North Korea’s ScarCruft uses LNK file infection chains to spread RokRAT malware

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North Korea’s ScarCruft, also known as APT37, InkySquid, Nickel Foxcroft, Reaper, RedEyes, and Ricochet Chollima, is a threat group that targets South Korean individuals and entities through spear-phishing attacks.

The group’s malware of choice, RokRAT, is capable of credential theft, data exfiltration, system information gathering, command and shellcode execution, and file and directory management. ScarCruft’s backdoor is actively developed and maintained, and the group uses cloud-based services to disguise its command-and-control (C2) communications.

ScarCruft also uses other bespoke malware like Chinotto, BLUELIGHT, GOLDBACKDOOR, Dolphin, and M2RAT, along with commodity malware Amadey, to confuse attribution. The group disguises its command-and-control communications as legitimate by using cloud services like Dropbox, Microsoft OneDrive, pCloud, and Yandex Cloud.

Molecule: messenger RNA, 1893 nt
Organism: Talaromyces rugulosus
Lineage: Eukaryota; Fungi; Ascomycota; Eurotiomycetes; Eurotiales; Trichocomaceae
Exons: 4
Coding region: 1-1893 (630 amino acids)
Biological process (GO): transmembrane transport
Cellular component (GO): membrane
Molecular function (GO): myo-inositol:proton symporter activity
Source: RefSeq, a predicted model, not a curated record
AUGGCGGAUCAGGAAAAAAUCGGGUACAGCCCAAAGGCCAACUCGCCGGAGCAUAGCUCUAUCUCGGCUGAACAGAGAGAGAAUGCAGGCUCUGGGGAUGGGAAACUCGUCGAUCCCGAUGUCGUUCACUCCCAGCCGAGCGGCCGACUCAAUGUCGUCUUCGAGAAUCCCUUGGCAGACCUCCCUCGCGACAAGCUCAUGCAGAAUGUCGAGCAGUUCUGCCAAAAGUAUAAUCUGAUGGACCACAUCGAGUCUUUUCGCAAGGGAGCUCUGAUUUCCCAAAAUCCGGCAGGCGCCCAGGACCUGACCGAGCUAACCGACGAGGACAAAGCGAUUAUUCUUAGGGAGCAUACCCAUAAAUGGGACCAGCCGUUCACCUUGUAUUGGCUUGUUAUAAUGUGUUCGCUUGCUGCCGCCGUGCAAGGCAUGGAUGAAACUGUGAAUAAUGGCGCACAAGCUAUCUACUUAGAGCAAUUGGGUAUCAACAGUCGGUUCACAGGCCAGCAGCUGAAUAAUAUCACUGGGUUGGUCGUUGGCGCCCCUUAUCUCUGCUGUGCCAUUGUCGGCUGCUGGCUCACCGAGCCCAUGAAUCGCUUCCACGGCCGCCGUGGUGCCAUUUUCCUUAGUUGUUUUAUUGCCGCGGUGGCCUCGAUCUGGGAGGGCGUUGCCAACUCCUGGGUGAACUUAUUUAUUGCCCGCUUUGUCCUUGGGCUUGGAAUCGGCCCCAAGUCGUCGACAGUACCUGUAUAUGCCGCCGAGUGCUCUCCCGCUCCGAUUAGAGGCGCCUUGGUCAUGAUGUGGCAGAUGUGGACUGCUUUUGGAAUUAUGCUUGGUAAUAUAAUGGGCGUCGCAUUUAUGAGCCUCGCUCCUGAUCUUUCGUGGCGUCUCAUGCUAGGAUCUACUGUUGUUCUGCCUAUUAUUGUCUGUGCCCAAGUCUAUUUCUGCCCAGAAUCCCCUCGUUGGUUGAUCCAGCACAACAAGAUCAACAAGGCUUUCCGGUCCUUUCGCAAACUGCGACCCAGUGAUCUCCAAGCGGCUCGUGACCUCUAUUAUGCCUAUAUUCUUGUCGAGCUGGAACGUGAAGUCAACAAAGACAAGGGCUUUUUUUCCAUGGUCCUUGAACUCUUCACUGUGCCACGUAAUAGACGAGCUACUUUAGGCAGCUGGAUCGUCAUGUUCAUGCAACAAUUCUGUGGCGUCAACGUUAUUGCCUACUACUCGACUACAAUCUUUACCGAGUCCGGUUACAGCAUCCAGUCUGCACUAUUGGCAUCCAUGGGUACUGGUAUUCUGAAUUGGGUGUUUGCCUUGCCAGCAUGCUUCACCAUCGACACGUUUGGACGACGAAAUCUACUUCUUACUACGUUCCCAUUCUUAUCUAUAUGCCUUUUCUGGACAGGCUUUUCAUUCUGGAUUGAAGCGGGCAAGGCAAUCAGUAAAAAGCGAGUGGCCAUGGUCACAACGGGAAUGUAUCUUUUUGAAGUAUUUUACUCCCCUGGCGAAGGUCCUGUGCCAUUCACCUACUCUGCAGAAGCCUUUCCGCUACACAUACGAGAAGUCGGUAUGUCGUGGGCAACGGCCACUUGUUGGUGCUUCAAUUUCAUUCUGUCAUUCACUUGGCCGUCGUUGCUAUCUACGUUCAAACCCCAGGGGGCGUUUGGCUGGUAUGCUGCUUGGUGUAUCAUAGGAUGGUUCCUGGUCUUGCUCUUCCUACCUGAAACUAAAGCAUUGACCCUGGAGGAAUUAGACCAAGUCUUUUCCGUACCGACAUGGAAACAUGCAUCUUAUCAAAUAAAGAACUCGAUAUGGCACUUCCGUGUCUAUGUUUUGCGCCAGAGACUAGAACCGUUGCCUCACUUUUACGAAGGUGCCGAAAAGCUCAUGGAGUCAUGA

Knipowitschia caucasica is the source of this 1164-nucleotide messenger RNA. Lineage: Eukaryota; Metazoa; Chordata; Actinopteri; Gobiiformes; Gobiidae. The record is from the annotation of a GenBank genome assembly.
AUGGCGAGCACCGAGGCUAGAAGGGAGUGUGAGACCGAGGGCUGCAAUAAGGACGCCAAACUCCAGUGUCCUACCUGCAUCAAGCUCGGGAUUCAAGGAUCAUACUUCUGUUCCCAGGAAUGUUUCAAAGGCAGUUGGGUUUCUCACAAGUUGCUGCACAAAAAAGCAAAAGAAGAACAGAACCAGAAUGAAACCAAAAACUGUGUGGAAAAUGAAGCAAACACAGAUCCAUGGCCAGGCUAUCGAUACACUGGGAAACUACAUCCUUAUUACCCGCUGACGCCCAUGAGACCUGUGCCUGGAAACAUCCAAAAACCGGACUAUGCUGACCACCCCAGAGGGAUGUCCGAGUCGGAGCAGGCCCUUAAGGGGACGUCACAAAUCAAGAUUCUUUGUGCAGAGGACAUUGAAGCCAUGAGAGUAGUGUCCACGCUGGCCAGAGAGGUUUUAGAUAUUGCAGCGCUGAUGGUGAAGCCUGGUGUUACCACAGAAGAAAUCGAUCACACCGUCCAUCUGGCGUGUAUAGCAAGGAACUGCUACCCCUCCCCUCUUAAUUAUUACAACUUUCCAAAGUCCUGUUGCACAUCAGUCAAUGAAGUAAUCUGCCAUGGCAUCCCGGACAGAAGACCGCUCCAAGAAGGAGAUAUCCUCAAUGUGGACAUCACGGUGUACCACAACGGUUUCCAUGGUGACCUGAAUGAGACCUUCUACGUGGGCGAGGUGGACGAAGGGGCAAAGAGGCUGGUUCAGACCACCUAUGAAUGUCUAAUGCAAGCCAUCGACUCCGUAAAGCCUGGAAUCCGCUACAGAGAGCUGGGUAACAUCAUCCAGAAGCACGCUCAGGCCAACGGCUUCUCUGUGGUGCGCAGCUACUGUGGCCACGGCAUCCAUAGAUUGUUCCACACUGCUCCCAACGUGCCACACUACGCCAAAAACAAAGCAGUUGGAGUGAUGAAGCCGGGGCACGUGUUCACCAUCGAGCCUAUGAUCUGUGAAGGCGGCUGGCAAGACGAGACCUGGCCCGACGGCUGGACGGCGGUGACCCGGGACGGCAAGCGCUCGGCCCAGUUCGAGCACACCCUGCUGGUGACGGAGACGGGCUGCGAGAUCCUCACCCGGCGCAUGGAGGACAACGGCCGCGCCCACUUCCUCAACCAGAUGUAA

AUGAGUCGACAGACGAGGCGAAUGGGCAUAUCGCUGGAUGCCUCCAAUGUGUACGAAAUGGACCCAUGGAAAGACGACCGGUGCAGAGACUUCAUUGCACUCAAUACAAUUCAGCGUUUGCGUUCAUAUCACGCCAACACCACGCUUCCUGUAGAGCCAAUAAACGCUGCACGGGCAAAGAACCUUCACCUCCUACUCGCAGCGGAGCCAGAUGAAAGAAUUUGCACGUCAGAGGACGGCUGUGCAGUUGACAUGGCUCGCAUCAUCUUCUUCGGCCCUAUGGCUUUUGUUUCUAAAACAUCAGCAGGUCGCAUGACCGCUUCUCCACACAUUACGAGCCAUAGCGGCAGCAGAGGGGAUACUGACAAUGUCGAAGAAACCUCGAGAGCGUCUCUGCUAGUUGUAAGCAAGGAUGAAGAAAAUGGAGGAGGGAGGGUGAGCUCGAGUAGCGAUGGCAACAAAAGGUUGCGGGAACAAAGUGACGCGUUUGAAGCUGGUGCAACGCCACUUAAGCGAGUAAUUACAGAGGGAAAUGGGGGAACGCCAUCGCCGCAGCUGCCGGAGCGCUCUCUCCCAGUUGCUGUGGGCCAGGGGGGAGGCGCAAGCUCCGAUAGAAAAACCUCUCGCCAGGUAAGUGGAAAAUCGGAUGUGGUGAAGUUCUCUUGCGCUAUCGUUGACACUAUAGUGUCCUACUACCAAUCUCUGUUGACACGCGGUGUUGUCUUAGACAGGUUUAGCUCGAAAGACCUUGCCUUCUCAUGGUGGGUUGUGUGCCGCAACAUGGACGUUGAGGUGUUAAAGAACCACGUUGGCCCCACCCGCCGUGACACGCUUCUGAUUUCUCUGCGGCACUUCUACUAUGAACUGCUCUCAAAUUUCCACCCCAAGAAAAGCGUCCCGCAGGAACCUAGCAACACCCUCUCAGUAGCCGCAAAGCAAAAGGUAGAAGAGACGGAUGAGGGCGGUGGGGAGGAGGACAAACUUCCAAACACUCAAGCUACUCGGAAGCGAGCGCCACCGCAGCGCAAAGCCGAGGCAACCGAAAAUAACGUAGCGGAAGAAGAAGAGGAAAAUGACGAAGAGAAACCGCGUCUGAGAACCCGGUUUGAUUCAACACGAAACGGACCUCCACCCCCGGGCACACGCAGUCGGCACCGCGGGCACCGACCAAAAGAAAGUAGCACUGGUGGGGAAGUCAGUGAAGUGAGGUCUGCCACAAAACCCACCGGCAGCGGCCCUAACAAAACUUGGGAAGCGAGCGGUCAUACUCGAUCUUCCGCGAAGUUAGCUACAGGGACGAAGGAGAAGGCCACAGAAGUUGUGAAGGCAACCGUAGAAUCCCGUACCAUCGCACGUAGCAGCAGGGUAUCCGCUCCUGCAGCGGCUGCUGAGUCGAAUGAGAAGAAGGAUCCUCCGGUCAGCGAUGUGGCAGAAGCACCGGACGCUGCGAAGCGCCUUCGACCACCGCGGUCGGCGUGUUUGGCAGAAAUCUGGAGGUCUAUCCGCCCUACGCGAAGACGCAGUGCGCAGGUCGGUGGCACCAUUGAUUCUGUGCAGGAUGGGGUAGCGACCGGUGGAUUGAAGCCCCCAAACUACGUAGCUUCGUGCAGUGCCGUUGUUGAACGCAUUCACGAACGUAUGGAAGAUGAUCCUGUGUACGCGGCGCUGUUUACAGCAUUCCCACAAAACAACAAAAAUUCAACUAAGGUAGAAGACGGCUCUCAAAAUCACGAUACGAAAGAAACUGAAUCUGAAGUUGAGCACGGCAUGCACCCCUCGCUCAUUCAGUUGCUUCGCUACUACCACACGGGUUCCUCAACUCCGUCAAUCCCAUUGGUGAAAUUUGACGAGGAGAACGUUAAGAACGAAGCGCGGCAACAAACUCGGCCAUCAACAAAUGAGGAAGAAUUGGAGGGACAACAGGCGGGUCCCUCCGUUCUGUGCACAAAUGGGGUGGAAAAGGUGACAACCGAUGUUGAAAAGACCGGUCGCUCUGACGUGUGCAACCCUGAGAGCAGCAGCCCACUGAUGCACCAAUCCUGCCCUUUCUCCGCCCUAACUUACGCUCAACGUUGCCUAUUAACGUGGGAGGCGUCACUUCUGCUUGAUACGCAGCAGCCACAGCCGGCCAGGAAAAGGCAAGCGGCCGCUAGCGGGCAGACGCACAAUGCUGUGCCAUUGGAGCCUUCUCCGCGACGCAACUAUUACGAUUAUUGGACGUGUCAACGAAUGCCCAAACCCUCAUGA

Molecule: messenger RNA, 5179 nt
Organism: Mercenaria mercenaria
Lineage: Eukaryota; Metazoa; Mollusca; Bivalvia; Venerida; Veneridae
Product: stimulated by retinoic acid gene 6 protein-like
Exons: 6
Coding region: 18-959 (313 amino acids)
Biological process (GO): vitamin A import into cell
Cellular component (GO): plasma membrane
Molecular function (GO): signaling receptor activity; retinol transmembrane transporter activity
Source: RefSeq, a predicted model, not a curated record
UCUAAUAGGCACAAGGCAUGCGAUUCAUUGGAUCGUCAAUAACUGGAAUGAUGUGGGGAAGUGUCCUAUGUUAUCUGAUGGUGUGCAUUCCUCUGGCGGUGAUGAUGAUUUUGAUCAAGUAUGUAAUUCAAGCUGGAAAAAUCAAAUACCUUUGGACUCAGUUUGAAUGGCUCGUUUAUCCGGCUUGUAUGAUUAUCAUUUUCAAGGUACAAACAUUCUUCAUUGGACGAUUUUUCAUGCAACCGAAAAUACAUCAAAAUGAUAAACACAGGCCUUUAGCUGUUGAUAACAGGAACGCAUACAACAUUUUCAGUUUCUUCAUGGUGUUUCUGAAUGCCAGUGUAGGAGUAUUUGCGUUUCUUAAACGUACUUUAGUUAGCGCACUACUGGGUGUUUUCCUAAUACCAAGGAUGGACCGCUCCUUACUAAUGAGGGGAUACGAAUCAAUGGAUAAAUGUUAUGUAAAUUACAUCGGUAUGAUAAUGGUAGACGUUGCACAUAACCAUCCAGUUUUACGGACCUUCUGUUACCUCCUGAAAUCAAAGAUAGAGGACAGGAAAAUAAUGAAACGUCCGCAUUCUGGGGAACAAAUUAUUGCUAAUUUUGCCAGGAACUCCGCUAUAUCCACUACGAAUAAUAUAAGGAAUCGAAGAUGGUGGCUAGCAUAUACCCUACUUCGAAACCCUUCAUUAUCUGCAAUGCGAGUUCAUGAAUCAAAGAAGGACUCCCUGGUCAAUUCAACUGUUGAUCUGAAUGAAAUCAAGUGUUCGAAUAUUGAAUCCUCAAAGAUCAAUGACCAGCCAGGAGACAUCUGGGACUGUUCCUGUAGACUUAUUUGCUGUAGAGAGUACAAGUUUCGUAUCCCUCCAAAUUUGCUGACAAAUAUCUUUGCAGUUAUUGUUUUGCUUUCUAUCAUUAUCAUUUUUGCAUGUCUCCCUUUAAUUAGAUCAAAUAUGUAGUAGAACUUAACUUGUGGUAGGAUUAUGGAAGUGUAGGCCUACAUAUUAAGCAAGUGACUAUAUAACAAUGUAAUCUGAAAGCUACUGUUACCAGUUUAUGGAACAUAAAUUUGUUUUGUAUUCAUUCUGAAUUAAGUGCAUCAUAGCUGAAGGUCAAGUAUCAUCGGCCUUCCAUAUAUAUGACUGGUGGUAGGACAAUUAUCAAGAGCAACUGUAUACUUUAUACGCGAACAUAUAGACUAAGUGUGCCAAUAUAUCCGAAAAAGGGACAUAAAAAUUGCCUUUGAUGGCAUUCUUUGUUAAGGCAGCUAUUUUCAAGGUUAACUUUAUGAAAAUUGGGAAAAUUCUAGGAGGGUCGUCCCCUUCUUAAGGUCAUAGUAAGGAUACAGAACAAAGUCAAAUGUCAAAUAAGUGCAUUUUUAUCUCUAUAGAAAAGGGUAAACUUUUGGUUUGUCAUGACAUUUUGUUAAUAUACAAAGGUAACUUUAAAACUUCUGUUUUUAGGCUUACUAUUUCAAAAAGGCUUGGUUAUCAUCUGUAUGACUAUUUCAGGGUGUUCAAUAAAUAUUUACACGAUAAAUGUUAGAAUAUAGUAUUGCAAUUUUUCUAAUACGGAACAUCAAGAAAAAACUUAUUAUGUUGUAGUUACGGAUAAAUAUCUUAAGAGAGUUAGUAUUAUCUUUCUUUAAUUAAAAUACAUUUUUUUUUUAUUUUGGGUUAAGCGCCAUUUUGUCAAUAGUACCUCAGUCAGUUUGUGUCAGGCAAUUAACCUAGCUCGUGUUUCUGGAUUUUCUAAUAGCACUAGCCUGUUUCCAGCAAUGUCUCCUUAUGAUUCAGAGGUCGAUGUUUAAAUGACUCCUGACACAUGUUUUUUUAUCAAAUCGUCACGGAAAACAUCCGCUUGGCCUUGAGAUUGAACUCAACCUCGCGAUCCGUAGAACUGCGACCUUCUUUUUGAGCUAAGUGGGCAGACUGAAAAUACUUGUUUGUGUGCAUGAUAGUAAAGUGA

The findings come as Kaspersky disclosed a new Go-based malware developed by ScarCruft that utilizes the cloud messaging service Ably as a C2 mechanism for the first time and comes with extensive capabilities to steal sensitive information from victims.

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